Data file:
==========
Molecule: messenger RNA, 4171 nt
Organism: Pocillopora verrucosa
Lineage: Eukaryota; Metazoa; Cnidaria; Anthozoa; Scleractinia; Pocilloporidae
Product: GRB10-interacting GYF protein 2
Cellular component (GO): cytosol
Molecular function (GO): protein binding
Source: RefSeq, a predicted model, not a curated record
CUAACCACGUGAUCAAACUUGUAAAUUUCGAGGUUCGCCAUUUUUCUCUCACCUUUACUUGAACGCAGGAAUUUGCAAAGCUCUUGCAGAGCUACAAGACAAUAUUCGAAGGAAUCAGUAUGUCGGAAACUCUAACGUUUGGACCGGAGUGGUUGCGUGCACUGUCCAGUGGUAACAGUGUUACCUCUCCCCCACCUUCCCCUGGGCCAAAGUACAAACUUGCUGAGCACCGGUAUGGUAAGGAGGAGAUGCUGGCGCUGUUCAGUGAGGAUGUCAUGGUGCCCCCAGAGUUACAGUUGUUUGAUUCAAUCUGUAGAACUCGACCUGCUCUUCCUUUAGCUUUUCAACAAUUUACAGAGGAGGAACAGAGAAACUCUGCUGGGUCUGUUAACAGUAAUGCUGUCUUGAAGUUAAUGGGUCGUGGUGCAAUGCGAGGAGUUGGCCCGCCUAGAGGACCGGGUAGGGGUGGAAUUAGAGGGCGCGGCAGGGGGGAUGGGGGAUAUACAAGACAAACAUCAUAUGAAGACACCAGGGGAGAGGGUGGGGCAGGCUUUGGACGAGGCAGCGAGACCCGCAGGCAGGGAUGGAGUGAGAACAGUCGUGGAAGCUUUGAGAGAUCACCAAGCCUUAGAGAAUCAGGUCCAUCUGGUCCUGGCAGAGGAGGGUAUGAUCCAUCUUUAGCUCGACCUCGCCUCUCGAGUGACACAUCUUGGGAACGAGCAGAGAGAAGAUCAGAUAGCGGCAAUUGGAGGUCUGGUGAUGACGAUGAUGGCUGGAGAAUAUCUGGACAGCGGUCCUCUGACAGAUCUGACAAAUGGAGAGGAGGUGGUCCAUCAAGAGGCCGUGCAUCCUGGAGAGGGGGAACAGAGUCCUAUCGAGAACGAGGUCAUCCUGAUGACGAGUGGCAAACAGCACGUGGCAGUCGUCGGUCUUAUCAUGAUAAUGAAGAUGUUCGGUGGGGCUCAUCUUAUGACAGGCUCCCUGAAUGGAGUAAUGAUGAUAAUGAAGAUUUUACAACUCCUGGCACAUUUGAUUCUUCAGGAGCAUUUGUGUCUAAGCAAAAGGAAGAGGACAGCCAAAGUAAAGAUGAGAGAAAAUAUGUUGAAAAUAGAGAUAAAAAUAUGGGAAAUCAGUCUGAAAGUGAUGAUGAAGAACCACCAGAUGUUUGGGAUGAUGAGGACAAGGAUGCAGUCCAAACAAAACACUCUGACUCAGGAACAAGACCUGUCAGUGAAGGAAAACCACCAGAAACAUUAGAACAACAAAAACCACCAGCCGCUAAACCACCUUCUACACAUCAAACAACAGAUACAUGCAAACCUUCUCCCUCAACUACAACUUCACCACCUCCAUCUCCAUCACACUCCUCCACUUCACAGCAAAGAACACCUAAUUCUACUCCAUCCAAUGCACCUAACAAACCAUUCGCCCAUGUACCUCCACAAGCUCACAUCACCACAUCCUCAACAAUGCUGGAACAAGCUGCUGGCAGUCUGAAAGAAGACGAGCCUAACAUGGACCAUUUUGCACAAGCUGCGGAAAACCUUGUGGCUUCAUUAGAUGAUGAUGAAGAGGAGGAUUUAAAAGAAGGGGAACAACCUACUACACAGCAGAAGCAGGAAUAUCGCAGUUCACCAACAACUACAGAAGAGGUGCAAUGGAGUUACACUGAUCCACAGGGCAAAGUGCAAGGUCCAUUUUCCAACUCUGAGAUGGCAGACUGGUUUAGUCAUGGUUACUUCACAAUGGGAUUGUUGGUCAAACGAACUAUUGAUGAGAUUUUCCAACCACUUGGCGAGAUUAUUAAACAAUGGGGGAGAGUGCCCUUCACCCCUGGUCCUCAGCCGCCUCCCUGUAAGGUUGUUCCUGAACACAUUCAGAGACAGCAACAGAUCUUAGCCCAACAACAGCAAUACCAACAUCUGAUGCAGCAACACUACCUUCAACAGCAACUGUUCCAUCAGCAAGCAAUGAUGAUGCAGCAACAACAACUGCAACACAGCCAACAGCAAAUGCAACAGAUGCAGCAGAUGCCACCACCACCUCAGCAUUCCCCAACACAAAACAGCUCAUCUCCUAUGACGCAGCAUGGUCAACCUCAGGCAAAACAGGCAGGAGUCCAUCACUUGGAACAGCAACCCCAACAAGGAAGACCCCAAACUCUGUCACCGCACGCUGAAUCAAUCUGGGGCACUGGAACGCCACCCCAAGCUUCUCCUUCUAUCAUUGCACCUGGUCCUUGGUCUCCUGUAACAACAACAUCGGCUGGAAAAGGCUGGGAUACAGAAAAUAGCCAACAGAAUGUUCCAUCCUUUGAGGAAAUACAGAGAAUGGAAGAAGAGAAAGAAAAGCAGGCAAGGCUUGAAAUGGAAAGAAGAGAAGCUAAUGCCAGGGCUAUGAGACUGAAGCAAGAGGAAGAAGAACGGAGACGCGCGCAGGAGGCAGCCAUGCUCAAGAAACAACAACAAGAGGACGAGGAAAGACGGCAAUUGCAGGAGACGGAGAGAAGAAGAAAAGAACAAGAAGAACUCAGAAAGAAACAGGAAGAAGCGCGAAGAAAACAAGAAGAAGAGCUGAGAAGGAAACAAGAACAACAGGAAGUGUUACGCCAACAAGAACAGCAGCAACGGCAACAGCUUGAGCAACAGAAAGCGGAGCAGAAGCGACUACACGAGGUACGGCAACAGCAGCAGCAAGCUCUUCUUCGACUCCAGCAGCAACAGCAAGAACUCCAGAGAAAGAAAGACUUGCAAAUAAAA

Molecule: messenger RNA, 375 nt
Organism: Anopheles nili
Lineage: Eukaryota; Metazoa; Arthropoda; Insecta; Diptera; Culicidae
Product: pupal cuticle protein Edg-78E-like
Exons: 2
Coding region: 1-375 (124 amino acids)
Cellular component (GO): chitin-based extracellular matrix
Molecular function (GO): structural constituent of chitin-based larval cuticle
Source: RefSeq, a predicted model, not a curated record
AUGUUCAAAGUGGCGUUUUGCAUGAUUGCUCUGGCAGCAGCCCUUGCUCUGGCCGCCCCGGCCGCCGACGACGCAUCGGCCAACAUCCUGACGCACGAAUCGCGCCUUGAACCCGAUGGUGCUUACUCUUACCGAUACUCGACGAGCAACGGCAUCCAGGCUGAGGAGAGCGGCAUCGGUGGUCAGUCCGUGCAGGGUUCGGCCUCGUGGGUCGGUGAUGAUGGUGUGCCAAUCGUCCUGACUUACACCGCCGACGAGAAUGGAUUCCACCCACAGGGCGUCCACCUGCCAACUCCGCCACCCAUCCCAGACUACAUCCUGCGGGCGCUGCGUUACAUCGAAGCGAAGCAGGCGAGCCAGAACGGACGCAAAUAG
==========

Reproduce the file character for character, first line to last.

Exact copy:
Molecule: messenger RNA, 4171 nt
Organism: Pocillopora verrucosa
Lineage: Eukaryota; Metazoa; Cnidaria; Anthozoa; Scleractinia; Pocilloporidae
Product: GRB10-interacting GYF protein 2
Cellular component (GO): cytosol
Molecular function (GO): protein binding
Source: RefSeq, a predicted model, not a curated record
CUAACCACGUGAUCAAACUUGUAAAUUUCGAGGUUCGCCAUUUUUCUCUCACCUUUACUUGAACGCAGGAAUUUGCAAAGCUCUUGCAGAGCUACAAGACAAUAUUCGAAGGAAUCAGUAUGUCGGAAACUCUAACGUUUGGACCGGAGUGGUUGCGUGCACUGUCCAGUGGUAACAGUGUUACCUCUCCCCCACCUUCCCCUGGGCCAAAGUACAAACUUGCUGAGCACCGGUAUGGUAAGGAGGAGAUGCUGGCGCUGUUCAGUGAGGAUGUCAUGGUGCCCCCAGAGUUACAGUUGUUUGAUUCAAUCUGUAGAACUCGACCUGCUCUUCCUUUAGCUUUUCAACAAUUUACAGAGGAGGAACAGAGAAACUCUGCUGGGUCUGUUAACAGUAAUGCUGUCUUGAAGUUAAUGGGUCGUGGUGCAAUGCGAGGAGUUGGCCCGCCUAGAGGACCGGGUAGGGGUGGAAUUAGAGGGCGCGGCAGGGGGGAUGGGGGAUAUACAAGACAAACAUCAUAUGAAGACACCAGGGGAGAGGGUGGGGCAGGCUUUGGACGAGGCAGCGAGACCCGCAGGCAGGGAUGGAGUGAGAACAGUCGUGGAAGCUUUGAGAGAUCACCAAGCCUUAGAGAAUCAGGUCCAUCUGGUCCUGGCAGAGGAGGGUAUGAUCCAUCUUUAGCUCGACCUCGCCUCUCGAGUGACACAUCUUGGGAACGAGCAGAGAGAAGAUCAGAUAGCGGCAAUUGGAGGUCUGGUGAUGACGAUGAUGGCUGGAGAAUAUCUGGACAGCGGUCCUCUGACAGAUCUGACAAAUGGAGAGGAGGUGGUCCAUCAAGAGGCCGUGCAUCCUGGAGAGGGGGAACAGAGUCCUAUCGAGAACGAGGUCAUCCUGAUGACGAGUGGCAAACAGCACGUGGCAGUCGUCGGUCUUAUCAUGAUAAUGAAGAUGUUCGGUGGGGCUCAUCUUAUGACAGGCUCCCUGAAUGGAGUAAUGAUGAUAAUGAAGAUUUUACAACUCCUGGCACAUUUGAUUCUUCAGGAGCAUUUGUGUCUAAGCAAAAGGAAGAGGACAGCCAAAGUAAAGAUGAGAGAAAAUAUGUUGAAAAUAGAGAUAAAAAUAUGGGAAAUCAGUCUGAAAGUGAUGAUGAAGAACCACCAGAUGUUUGGGAUGAUGAGGACAAGGAUGCAGUCCAAACAAAACACUCUGACUCAGGAACAAGACCUGUCAGUGAAGGAAAACCACCAGAAACAUUAGAACAACAAAAACCACCAGCCGCUAAACCACCUUCUACACAUCAAACAACAGAUACAUGCAAACCUUCUCCCUCAACUACAACUUCACCACCUCCAUCUCCAUCACACUCCUCCACUUCACAGCAAAGAACACCUAAUUCUACUCCAUCCAAUGCACCUAACAAACCAUUCGCCCAUGUACCUCCACAAGCUCACAUCACCACAUCCUCAACAAUGCUGGAACAAGCUGCUGGCAGUCUGAAAGAAGACGAGCCUAACAUGGACCAUUUUGCACAAGCUGCGGAAAACCUUGUGGCUUCAUUAGAUGAUGAUGAAGAGGAGGAUUUAAAAGAAGGGGAACAACCUACUACACAGCAGAAGCAGGAAUAUCGCAGUUCACCAACAACUACAGAAGAGGUGCAAUGGAGUUACACUGAUCCACAGGGCAAAGUGCAAGGUCCAUUUUCCAACUCUGAGAUGGCAGACUGGUUUAGUCAUGGUUACUUCACAAUGGGAUUGUUGGUCAAACGAACUAUUGAUGAGAUUUUCCAACCACUUGGCGAGAUUAUUAAACAAUGGGGGAGAGUGCCCUUCACCCCUGGUCCUCAGCCGCCUCCCUGUAAGGUUGUUCCUGAACACAUUCAGAGACAGCAACAGAUCUUAGCCCAACAACAGCAAUACCAACAUCUGAUGCAGCAACACUACCUUCAACAGCAACUGUUCCAUCAGCAAGCAAUGAUGAUGCAGCAACAACAACUGCAACACAGCCAACAGCAAAUGCAACAGAUGCAGCAGAUGCCACCACCACCUCAGCAUUCCCCAACACAAAACAGCUCAUCUCCUAUGACGCAGCAUGGUCAACCUCAGGCAAAACAGGCAGGAGUCCAUCACUUGGAACAGCAACCCCAACAAGGAAGACCCCAAACUCUGUCACCGCACGCUGAAUCAAUCUGGGGCACUGGAACGCCACCCCAAGCUUCUCCUUCUAUCAUUGCACCUGGUCCUUGGUCUCCUGUAACAACAACAUCGGCUGGAAAAGGCUGGGAUACAGAAAAUAGCCAACAGAAUGUUCCAUCCUUUGAGGAAAUACAGAGAAUGGAAGAAGAGAAAGAAAAGCAGGCAAGGCUUGAAAUGGAAAGAAGAGAAGCUAAUGCCAGGGCUAUGAGACUGAAGCAAGAGGAAGAAGAACGGAGACGCGCGCAGGAGGCAGCCAUGCUCAAGAAACAACAACAAGAGGACGAGGAAAGACGGCAAUUGCAGGAGACGGAGAGAAGAAGAAAAGAACAAGAAGAACUCAGAAAGAAACAGGAAGAAGCGCGAAGAAAACAAGAAGAAGAGCUGAGAAGGAAACAAGAACAACAGGAAGUGUUACGCCAACAAGAACAGCAGCAACGGCAACAGCUUGAGCAACAGAAAGCGGAGCAGAAGCGACUACACGAGGUACGGCAACAGCAGCAGCAAGCUCUUCUUCGACUCCAGCAGCAACAGCAAGAACUCCAGAGAAAGAAAGACUUGCAAAUAAAA

Molecule: messenger RNA, 375 nt
Organism: Anopheles nili
Lineage: Eukaryota; Metazoa; Arthropoda; Insecta; Diptera; Culicidae
Product: pupal cuticle protein Edg-78E-like
Exons: 2
Coding region: 1-375 (124 amino acids)
Cellular component (GO): chitin-based extracellular matrix
Molecular function (GO): structural constituent of chitin-based larval cuticle
Source: RefSeq, a predicted model, not a curated record
AUGUUCAAAGUGGCGUUUUGCAUGAUUGCUCUGGCAGCAGCCCUUGCUCUGGCCGCCCCGGCCGCCGACGACGCAUCGGCCAACAUCCUGACGCACGAAUCGCGCCUUGAACCCGAUGGUGCUUACUCUUACCGAUACUCGACGAGCAACGGCAUCCAGGCUGAGGAGAGCGGCAUCGGUGGUCAGUCCGUGCAGGGUUCGGCCUCGUGGGUCGGUGAUGAUGGUGUGCCAAUCGUCCUGACUUACACCGCCGACGAGAAUGGAUUCCACCCACAGGGCGUCCACCUGCCAACUCCGCCACCCAUCCCAGACUACAUCCUGCGGGCGCUGCGUUACAUCGAAGCGAAGCAGGCGAGCCAGAACGGACGCAAAUAG